Puerto Rican Women Killing It in the Independent Scene: Mónica Parada

With the internet being so easy to access, it has become easier for independent artists to find an audience and let their work be known. As a result, a variety of movements, collectives, and scenes have found a way to pave their path. The independent art scene in Puerto Rico is no different. Recently, many artists from a variety of disciplines have found platforms that have made it easier for them to share their work. In addition, small businesses such as Electroshock in Santurce and Rio Piedras, bars like Off The Wall in Mayaguez, and libraries like La Casita Books and Gifts in Aguadilla have provided up-and-coming artists a space to display their talents. “Puerto Rican Women Killing It in the Independent Art Scene” is a series of  interviews that provides a glimpse at some of the women who have recently gained recognition in the art scene. Though the artists are asked similar questions, some are asked queries surrounding their work, specifically.


Mónica Parada is an artist who works in several mediums such as painting, sculpture, illustration, and muralism.



What got you into sculpting?

I started sculpting through mask making and puppet making workshops with Deborah Hunt. I had played around a little with clay and as far as illustration I liked to doodle, but my first workshops with her coincided with me also starting to take my art more seriously.


How did you develop your style?

It started with someone telling me I had potential and I should explore that more. Up until then I just “doodled” because I enjoyed it, but I wasn’t being conscious or purposeful about the action of making something. Once I started to actively and consciously pursue art, experimenting with everything I could get my hands on just came naturally. I started off self taught, then I took some workshops and eventually spent about two years taking some courses at the Escuela de Artes Plásticas (EAP) in San Juan. Even before EAP, I started to do small independent art shows in friends’ businesses and spaces. The more I made, the more I discovered my style: the patterns, lines, characters, and themes that started recurring in my work.



How has it evolved through the years?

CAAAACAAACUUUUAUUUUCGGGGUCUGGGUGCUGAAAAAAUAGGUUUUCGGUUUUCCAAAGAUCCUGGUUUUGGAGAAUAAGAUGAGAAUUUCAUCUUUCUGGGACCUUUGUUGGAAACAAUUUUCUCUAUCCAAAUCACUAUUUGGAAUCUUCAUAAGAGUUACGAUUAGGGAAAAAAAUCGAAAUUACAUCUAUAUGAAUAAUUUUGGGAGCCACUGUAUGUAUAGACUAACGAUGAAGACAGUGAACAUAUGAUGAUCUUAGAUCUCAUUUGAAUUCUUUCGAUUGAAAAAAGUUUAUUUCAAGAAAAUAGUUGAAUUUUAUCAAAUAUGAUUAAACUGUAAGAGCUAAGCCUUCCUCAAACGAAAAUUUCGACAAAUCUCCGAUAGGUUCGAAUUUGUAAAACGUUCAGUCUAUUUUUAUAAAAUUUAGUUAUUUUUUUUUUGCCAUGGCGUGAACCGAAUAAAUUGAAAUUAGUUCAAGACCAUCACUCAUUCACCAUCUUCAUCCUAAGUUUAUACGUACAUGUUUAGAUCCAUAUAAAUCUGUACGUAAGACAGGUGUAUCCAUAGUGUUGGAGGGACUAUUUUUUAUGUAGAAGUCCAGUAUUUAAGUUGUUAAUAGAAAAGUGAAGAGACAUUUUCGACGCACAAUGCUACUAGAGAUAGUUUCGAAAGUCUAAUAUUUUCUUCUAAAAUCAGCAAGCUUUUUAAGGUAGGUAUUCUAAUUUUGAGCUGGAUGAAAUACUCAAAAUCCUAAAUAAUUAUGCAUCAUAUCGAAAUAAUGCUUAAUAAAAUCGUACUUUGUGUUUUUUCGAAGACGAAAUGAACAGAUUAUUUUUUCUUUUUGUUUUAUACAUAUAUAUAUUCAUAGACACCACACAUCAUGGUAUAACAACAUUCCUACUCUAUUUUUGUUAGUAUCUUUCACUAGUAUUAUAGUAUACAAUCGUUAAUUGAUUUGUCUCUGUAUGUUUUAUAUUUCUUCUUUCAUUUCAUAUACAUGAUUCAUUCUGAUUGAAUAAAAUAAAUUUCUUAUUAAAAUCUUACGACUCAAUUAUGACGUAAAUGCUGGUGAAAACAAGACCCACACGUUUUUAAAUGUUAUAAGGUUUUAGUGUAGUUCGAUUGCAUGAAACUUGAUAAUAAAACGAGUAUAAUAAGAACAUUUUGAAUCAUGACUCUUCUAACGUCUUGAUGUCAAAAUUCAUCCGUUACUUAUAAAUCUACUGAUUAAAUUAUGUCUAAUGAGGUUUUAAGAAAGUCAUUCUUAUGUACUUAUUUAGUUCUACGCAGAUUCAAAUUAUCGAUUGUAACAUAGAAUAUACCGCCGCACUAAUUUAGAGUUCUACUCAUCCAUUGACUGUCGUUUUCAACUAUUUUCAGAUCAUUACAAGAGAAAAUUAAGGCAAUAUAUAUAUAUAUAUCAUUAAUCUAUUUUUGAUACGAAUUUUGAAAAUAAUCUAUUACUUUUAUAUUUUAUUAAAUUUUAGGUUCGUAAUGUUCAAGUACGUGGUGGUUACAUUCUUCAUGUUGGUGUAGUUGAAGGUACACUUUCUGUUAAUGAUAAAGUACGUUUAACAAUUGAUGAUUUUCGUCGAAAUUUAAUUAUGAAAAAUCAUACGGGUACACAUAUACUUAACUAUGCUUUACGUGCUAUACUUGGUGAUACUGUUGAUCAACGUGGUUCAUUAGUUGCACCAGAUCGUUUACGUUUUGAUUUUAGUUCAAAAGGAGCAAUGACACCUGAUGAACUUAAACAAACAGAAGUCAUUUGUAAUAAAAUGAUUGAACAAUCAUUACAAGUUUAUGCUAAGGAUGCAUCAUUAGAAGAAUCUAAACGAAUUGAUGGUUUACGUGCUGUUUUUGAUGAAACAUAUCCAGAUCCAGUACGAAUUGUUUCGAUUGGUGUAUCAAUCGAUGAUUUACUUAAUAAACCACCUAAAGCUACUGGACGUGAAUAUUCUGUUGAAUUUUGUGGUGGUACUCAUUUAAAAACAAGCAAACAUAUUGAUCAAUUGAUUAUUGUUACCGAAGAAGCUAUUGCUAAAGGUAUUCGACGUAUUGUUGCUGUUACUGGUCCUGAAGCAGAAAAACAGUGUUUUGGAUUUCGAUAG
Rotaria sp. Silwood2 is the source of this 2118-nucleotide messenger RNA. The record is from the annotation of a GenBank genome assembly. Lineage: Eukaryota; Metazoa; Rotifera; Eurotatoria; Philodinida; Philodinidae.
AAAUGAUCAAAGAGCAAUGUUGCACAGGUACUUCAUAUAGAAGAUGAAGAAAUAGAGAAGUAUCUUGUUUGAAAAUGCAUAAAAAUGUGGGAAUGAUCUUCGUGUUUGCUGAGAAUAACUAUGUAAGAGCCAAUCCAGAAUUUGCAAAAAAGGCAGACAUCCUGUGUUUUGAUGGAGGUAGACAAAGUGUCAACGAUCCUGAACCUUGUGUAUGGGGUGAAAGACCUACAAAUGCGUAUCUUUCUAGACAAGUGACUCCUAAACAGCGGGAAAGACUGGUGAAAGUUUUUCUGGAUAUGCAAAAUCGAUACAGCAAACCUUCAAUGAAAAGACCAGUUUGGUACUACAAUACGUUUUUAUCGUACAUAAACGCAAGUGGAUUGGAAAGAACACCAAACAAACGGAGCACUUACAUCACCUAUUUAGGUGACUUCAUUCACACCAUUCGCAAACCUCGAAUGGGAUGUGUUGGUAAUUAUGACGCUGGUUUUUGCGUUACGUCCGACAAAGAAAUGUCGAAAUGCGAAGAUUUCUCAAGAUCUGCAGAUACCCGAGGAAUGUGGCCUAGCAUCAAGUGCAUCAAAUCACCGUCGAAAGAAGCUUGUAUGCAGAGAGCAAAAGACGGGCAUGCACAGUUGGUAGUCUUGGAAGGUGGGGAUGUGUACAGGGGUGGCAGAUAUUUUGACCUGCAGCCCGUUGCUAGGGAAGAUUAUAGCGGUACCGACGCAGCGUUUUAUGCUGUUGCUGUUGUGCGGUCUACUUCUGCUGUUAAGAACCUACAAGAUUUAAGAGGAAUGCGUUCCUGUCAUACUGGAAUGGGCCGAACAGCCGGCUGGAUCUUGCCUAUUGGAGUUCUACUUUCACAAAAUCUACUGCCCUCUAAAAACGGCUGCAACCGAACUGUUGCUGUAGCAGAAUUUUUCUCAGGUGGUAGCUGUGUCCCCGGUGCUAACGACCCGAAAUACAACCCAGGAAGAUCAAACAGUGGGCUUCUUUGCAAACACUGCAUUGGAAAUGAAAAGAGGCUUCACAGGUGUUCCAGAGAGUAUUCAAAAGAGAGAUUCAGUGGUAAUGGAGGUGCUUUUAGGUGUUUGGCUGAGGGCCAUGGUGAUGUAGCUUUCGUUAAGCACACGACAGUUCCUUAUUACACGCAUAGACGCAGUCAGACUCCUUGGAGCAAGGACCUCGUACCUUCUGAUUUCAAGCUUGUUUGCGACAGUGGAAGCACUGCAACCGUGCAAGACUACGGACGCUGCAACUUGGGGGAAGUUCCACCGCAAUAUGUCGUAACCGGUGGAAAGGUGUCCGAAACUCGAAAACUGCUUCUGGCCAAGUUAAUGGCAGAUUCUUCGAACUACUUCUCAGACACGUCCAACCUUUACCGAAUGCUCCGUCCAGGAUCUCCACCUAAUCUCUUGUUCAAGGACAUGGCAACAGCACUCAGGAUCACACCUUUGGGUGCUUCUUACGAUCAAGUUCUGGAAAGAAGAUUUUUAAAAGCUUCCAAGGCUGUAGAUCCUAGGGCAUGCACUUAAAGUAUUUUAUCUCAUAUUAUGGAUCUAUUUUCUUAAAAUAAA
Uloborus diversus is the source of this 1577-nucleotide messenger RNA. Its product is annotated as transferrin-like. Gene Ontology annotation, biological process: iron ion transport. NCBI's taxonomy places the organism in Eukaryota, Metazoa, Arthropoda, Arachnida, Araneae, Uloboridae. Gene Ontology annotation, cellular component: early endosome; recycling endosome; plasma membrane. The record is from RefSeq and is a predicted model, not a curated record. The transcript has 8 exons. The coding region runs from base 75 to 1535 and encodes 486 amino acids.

I think it’s definitely become more rounded out, cleaner, and definitely the themes or subjects I’ve been working on have become more focused. At first I sort of just made things without thinking too much about it, and I still do that as an exercise, but when I am making something for a show or a commission, I’m way more reflective. Sometimes just the process of thinking and giving shape to something can take a week or more before I even sit down to work on it. I give a lot more thought to what things mean to me before, during, and after creating them.


What are some of your influences and inspirations?

Locally, Deborah Hunt. I think she is a great artist and I look up to her a lot. She works from her gut and through that produces thoughtful and honest work which is visually stunning. I am Team Deb forever.

Alexander Calder. He was magical and every time I travel somewhere that has some of his work, I have to go see it. He produced these joyful creations ranging from massive to diminutive and his charm engages my inner child to the utmost extreme.

Jan Svankmajer. Twisted, dark, amazing hands on effects and sculptures made from a wide array of materials. Mind blowing stuff.



Is there any other form of art you wish to pursue? If so, what field and why?

I want to keep trying new things forever. I’d like to experiment with mosaics, cross-stitching, delve deeper into ceramics, natural pigments, stop motion animation, the list goes on and on. I just feel the urge to try new things. It’s fun and I love making things.


What do you think about the current state of the arts in Puerto Rico?

There are so many talented people here and so many things happening all the time. Sometimes I’m completely blown away by all the amazing things that people around me are creating. It’s inspiring and there is definitely no shortage of activities.



What do you think about the current state of the independent scene in Puerto Rico?

It’s incredible. There are so many spaces opening up or that have been around a while that offer constant access to art, music, dance, and theater. El Local en Santurce, El Cuadrado Gris, REM Project, Pública Espacio, La Respuesta, El Hangar, El Lobi, the list goes on and on.



If a young girl came up to you and said she wanted to be an artist, what would be your advice for her?

To simply go for it, but because she loves it. To always be honest to who she is and to make art no matter what, without expecting anything in return except the satisfaction of having made it. If as a result other people are into it, perfect, but if not, perfect nonetheless.



What is your biggest goal right now?

To keep growing, to push my limits and keep learning and having fun as I do it.


What do you seek to achieve with work?

I like to connect with people, so when that happens it’s a plus. Mostly to make something that I’m proud of and that I believe in. My ideas and feelings go into my work, but I’m okay with the fact that each individual will look at it through their own ideas and feelings. I think that’s one of the great things about art. You make something, you set it off into the world, and you see what it turns into.


All of the pictures in this article were provided by Mónica Parada.